China’s Main Anti-American Writer Just Got a Promotion

June 15, 2015 Updated: June 17, 2015

A popular Chinese blogger known for being critical of the United States has been put in charge of a new China writers’ group believed by some to be a regime propaganda body. The move represents a new attempt by Chinese authorities to promote a vociferously pro-regime voice in the age of the Internet, when the Communist Party has come under unprecedented public pressure for corruption and misgovernance.

Zhou Xiaoping was “elected” to head the newly formed China Online Writers Association in Sichuan Province on June 10 in the group’s first general assembly, which was attended by Communist Party officials from Sichuan’s Propaganda Department, Cultural Bureau, and the provincial state-owned media watchdog, reports nonprofit broadcaster Radio Free Asia (RFA).

Zhou, a slim, bespectacled, black-clad, 34-year-old blogger, rose to fame in October last year when he was publicly praised by Chinese leader Xi Jinping in a conference on art and literature. Xi said Zhou and another conference participant should continue writing articles that carry “positive energy”—official parlance for statements that stick to the Party line.

There’s plenty of “positive energy” in Zhou’s works—most extol the virtues of the Chinese regime and whitewash its flaws, or spread anti-Western, and particularly anti-American sentiment.

“No other country is unjustly accused more than today’s China. More than 80 percent of voices on the Internet are critical of the government; how is there no freedom of expression in China?” argued Zhou in his most famous piece, “Please Do Not Fail This Era.”

“In 2003, SARS (severe acute respiratory syndrome) in China killed hundreds of people, and people said you couldn’t live in China. But do you know that in the same year, there was an influenza outbreak in the U.S., and it killed nearly 50,000 people in a few months?” Zhou wrote in another article.

Zhou’s use of facts and figures could convince in a cursory reading, but have little substance when critically probed.

The Chinese regime allows dissenting voices on issues that won’t undermine its legitimacy, but clamps down mercilessly on those who defend the Tiananmen student protests or Tibetan independence, for instance.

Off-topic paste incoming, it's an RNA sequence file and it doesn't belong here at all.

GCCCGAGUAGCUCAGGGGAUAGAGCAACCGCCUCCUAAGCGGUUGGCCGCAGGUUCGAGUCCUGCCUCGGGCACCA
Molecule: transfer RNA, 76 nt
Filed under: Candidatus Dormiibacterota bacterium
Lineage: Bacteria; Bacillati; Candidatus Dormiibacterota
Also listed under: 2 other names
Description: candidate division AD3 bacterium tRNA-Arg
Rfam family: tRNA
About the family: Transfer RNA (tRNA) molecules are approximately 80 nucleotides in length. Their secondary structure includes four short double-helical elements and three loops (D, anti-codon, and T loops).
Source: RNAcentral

Zhou’s use of facts and figures could convince in a cursory reading, but have little substance when critically probed.

Also, the regime is notorious for covering up the SARS crisis and setting a “death allowance” number for victims of natural calamities each year. While Zhou is quite accurate on U.S. flu death figures in 2003 (48,614), the Centers for Disease Control and Prevention doesn’t censor its statistics in an outbreak.

Given Zhou’s propensity for writing positively about the Chinese regime while badmouthing its perceived rivals, many have labeled him a “royal fifty-cent” and compared him unfavorably to Yao Wenyuan and Zhang Chunqiao—two members of the infamous “Gang of Four,” a radical Maoist group partly responsible for the excesses of the tumultuous Cultural Revolution from 1966 to 1976.

Indeed, the appointment of Zhou as head of the new online writers’ association is proof enough that it is another “fifty cent party” or “wumao dang” front, Chinese Internet freedom advocate Li Hongkuan told RFA.

“Zhou has been coined by China’s Propaganda Department as a ‘positive energy’ writer because he has unconditionally supported the regime’s policy and propaganda,” said Li, the former editor-in-chief of VIP Reference (Dacankao), the first major overseas electronic newsletter in Chinese. He added that “Zhou himself is not a good writer at all.”

But Zhou’s writings are good enough for the Chinese regime: a Chinese publisher is planning to release a book featuring many of Zhou’s articles, and he was made executive director of the central youth media association of the Communist Youth League in December 2014.

There is virtually no information available about the Sichuan China Online Writers Association—the third provincial online writers’ association in China after one in Zhejiang and Shanghai—its membership, or its mission.

Zhou, however, offered a sliver of information in an interview with a state-run publication Sichuan Online: “We’re in close contact with overseas student bodies, and we hope to encourage outstanding members to step out and broaden the international perspective of us Internet writers.”

But most Chinese netizens and bloggers, said Li Hongkuan, will steer clear of Zhou Xiaoping’s writers’ group.